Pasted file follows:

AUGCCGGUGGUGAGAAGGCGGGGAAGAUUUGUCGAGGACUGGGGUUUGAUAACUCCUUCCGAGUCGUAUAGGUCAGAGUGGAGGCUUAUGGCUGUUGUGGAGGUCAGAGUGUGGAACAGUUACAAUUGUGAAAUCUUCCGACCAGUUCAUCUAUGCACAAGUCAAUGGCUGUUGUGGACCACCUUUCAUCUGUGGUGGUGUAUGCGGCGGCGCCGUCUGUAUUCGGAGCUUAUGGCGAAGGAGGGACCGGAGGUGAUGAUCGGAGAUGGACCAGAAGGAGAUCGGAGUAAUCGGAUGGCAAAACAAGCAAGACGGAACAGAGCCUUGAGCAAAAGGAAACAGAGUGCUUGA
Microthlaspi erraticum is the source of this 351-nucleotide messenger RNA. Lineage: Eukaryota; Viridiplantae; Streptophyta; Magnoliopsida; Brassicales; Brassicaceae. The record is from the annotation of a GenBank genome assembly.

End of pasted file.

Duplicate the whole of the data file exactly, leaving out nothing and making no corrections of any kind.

AUGCCGGUGGUGAGAAGGCGGGGAAGAUUUGUCGAGGACUGGGGUUUGAUAACUCCUUCCGAGUCGUAUAGGUCAGAGUGGAGGCUUAUGGCUGUUGUGGAGGUCAGAGUGUGGAACAGUUACAAUUGUGAAAUCUUCCGACCAGUUCAUCUAUGCACAAGUCAAUGGCUGUUGUGGACCACCUUUCAUCUGUGGUGGUGUAUGCGGCGGCGCCGUCUGUAUUCGGAGCUUAUGGCGAAGGAGGGACCGGAGGUGAUGAUCGGAGAUGGACCAGAAGGAGAUCGGAGUAAUCGGAUGGCAAAACAAGCAAGACGGAACAGAGCCUUGAGCAAAAGGAAACAGAGUGCUUGA
Microthlaspi erraticum is the source of this 351-nucleotide messenger RNA. Lineage: Eukaryota; Viridiplantae; Streptophyta; Magnoliopsida; Brassicales; Brassicaceae. The record is from the annotation of a GenBank genome assembly.